After Killian approved our Guinness-pouring abilities and awarded us our diplomas (not kidding, we really did get official certificates) certifying us as excellent Guinness Pint Pourers, we did head up to the Gravity Bar to rub shoulders (literally) with the bajillion people trying to take in the views of Dublin and take shelter from the pouring rain outside. We declined to have another pint and once we snapped a few pictures, we headed to the Old Jameson Distillery to partake in the REAL magic of Ireland: Whiskey.
Despite the fact that Jameson is no longer made in Dublin and the current distillery is located in Cork, I enjoyed the tour of the old distillery more than the self-guided Guinness tour and not just because I like whiskey more than stout. I thought the tour was informative and interesting and I actually learned a lot about whiskey. I understand what makes Jameson different from American Whiskey or Scotch or even other Irish Whiskeys. I’d explain it to you, but if you’re really interested, you can Google it.
I was also selected to participate in the taste test at the end of the tour. And even though the goal of the test isn’t to identify which whiskey is which, I was able to identify all three by smell alone before even tasting. I received an official certificate identifying me as a whiskey taster but my boss still hasn’t agreed to let me add that title to my business card. Not sure why he’s resisting. I have this official whiskey taster certificate that I could frame and hang alongside my diploma and my engineering license.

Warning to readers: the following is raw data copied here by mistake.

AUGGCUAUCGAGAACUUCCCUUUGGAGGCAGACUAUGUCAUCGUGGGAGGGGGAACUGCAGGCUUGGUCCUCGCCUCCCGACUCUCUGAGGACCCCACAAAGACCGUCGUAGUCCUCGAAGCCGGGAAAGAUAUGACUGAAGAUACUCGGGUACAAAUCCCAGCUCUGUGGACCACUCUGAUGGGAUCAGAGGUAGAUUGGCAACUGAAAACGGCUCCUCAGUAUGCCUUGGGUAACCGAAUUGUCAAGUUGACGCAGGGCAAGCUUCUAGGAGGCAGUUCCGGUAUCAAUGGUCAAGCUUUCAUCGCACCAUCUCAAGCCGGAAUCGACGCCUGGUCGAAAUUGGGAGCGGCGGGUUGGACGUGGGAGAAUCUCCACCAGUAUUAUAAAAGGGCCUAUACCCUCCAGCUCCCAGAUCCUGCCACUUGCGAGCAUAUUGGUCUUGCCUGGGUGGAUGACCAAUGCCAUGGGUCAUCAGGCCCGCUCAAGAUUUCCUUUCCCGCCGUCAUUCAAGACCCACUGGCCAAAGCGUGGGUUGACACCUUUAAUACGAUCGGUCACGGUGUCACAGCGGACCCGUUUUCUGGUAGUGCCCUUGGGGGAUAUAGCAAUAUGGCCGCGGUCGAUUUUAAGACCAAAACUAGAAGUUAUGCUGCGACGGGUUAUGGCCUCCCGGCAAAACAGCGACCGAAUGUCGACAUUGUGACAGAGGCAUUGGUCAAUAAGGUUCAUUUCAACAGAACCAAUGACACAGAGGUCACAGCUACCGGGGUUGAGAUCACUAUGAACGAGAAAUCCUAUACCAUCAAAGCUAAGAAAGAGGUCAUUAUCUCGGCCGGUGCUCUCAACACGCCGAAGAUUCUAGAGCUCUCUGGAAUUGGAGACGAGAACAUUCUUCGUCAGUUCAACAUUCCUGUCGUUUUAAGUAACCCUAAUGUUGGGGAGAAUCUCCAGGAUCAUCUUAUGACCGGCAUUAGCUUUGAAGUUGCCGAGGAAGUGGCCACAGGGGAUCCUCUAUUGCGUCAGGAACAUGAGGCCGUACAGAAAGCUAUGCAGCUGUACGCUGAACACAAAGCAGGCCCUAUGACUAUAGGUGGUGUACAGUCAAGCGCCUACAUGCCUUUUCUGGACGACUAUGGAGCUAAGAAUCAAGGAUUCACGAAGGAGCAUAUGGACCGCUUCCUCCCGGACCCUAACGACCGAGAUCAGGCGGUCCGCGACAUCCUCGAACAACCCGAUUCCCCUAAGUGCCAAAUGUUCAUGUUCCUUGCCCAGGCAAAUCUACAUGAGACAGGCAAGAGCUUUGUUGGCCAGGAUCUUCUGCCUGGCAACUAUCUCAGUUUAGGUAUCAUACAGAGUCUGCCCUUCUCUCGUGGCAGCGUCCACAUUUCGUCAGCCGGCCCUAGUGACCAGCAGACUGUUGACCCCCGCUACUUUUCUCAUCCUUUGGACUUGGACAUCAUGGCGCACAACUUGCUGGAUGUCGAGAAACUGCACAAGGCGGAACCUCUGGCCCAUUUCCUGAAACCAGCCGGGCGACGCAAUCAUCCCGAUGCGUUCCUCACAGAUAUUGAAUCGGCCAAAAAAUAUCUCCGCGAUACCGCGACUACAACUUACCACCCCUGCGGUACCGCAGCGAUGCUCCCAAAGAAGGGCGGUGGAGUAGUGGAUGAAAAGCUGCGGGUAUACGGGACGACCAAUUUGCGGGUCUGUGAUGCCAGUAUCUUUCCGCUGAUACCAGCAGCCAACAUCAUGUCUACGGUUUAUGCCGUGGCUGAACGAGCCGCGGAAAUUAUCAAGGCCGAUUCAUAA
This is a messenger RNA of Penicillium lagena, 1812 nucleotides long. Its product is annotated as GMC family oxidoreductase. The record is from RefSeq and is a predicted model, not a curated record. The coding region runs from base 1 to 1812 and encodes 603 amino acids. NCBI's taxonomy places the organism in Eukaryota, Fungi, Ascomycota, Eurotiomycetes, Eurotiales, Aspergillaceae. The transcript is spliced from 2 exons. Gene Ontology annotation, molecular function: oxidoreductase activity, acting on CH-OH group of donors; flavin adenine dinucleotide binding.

So, even though I blogged out of order, I hope you enjoyed this post. I assure you that the best is yet to come. My next post will be about our trip to Blarney Castle outside of Cork. We actually did this the day before visiting the Guinness Storehouse and Old Jameson Distillery and it was amazing. There are so many pictures to go with that post that I’m not sure I can fit them all into one post but I’ll try my best to be selective and only show you the best ones. It was just such an amazing place that it was virtually impossible to take a bad picture.
Until then, I leave you with this picture of “mini Guinness shots” prepared for us by the bartender at the Bloody Scream our first night in Ireland. You may remember this as the bar where the bar fight broke from my first Ireland blog. These are actually shots of Kahlua topped with Irish Cream. They look like tiny little pints of Guinness but they taste like chocolate milk – and I definitely prefer them to Guinness.